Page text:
Xiang Haoyu, a research fellow at the China Institute of International Studies, told the Global Times that Abe's remarks sent wrong signals to Taiwan authorities and sent a dangerous message to the international community that "Japan will interfere in the Taiwan question with force," causing some people on Taiwan island to miscalculate the situation.

Taiwan's DPP authorities apparently heard Abe's voice as they expressed gratitude to him. In response, the State Council Taiwan Affairs Office on Thursday warned the DPP authorities not to miscalculate the situation, and said their provocations to split the country and seek political gains through external forces will fail.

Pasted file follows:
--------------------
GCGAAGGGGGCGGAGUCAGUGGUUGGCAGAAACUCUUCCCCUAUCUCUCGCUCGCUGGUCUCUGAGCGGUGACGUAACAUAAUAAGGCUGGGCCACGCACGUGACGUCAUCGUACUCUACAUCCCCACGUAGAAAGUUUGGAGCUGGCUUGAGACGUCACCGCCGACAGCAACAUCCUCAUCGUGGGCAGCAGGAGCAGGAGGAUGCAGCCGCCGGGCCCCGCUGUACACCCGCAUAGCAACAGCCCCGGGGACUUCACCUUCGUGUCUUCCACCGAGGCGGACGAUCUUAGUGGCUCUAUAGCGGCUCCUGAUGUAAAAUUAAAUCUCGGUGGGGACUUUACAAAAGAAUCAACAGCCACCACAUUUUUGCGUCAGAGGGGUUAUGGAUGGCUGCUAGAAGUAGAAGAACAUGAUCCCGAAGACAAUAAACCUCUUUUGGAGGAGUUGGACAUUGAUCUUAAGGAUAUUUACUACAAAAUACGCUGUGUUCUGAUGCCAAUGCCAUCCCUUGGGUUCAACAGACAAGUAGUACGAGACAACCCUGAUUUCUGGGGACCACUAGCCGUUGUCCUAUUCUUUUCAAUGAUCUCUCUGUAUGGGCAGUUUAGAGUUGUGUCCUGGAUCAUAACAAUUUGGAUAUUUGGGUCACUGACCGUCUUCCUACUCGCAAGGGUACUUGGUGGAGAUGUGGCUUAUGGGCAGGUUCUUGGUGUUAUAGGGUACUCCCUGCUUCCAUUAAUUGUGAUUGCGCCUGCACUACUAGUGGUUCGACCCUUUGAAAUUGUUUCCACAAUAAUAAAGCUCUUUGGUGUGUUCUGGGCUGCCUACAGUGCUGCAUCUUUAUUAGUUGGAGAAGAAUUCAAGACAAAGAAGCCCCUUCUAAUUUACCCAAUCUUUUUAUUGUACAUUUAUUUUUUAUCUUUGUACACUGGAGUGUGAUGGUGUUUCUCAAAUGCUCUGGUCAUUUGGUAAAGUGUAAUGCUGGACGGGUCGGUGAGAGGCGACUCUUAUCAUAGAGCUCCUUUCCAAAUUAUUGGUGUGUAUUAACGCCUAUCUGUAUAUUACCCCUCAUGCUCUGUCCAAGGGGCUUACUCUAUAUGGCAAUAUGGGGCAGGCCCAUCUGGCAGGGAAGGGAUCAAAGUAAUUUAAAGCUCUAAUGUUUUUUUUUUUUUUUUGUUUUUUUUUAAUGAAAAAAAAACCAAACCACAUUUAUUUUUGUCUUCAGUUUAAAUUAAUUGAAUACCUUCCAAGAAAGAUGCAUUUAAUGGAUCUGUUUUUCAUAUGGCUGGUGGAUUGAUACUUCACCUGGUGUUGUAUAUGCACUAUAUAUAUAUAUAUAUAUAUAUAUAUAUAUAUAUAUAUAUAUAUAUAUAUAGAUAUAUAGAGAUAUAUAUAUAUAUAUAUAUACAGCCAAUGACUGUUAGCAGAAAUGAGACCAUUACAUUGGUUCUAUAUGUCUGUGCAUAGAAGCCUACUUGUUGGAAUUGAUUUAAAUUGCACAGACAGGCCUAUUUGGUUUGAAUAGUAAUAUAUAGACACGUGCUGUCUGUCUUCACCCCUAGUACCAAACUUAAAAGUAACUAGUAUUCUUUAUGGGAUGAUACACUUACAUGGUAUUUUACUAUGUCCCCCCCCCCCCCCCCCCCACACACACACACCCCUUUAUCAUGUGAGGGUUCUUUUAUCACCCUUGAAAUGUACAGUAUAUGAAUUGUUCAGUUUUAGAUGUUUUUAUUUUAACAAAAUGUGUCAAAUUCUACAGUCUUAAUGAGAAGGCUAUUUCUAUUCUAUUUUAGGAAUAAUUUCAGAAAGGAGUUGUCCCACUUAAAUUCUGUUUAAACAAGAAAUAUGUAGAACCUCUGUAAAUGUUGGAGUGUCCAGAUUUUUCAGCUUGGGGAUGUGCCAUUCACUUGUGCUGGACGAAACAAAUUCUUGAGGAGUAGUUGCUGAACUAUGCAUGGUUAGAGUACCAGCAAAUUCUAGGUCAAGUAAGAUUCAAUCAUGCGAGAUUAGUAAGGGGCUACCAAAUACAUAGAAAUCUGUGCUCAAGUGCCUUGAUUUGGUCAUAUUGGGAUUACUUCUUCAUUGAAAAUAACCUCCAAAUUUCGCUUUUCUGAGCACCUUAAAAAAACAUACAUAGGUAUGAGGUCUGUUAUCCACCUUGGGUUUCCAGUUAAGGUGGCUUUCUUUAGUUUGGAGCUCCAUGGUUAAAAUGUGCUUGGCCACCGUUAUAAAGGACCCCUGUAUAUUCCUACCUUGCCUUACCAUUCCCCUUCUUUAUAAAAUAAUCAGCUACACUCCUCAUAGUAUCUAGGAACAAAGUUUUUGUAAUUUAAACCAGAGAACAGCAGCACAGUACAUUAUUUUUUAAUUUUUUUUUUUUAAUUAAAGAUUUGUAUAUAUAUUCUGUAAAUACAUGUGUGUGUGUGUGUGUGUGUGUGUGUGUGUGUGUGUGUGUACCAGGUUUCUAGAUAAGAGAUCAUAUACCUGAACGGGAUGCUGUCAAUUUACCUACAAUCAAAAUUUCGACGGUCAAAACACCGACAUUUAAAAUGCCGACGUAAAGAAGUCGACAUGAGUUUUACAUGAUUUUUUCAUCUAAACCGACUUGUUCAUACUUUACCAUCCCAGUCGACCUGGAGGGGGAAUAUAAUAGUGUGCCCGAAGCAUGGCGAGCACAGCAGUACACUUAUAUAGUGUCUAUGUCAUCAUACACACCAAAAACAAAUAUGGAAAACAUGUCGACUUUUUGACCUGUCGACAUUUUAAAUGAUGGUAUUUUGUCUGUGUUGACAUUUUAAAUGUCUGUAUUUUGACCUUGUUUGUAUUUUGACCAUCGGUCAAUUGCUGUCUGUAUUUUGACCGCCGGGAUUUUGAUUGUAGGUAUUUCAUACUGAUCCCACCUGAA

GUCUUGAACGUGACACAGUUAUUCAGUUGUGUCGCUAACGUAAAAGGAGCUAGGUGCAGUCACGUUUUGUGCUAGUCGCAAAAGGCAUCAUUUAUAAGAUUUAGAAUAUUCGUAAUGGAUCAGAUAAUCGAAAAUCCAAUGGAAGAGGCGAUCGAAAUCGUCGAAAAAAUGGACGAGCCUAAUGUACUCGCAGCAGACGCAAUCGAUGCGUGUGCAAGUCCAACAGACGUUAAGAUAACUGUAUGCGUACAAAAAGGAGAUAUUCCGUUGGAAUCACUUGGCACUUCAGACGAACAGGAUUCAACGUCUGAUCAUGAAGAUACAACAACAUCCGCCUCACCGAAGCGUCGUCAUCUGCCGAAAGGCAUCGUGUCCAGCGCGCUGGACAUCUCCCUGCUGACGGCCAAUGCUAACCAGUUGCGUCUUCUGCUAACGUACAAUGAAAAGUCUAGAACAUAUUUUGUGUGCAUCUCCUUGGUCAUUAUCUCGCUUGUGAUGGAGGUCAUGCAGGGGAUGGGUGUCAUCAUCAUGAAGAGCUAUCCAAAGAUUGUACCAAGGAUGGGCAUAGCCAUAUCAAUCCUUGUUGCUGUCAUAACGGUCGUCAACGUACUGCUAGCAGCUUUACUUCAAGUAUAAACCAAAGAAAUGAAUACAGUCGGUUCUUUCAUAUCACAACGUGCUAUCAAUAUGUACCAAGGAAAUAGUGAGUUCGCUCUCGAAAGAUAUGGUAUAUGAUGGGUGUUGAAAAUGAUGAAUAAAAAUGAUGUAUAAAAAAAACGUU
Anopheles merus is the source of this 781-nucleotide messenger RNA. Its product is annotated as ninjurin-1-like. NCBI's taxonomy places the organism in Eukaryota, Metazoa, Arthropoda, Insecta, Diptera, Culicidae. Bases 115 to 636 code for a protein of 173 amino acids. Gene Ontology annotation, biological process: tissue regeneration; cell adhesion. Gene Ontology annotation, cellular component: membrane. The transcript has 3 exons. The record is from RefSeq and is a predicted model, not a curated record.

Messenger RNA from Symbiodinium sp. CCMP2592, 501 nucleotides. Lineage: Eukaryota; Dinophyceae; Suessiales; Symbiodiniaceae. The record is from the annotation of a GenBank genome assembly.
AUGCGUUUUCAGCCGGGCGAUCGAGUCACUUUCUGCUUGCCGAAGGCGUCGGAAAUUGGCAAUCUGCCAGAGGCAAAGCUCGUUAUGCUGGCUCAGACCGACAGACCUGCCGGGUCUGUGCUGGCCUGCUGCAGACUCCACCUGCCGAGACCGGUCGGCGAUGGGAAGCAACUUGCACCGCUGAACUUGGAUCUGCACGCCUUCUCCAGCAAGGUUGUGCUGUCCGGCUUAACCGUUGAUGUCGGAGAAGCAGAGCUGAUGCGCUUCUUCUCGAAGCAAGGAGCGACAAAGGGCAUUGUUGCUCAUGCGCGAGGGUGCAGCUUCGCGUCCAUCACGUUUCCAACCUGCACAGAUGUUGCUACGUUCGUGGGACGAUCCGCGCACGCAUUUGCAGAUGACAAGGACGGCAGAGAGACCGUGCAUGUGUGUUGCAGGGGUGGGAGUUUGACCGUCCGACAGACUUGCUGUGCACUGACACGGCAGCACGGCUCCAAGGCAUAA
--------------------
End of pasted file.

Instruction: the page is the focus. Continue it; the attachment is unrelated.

Abe's wrong remarks on China are, in essence, a reflection of the wrong historical view held by Japanese right-wing forces, and some people in Japan are still obsessed with their old colonial dream and regard Taiwan island as their "backyard," but attempting to interfere in the Taiwan question will only seriously burn Japan, analysts said.

Abe never left 

Some Japanese right-wing forces claimed that Abe was back when he became the leader of the largest faction within the ruling LDP last month, but to some Chinese observers, Abe never left even after stepping down as prime minister. Some analysts said that due to Abe's deep influence, Japanese politics is now dominated by right-wing thought. 

Abe has always tried to realize his political ambition, which was a comprehensive strategy involving military, ideology, economy and politics, analysts said.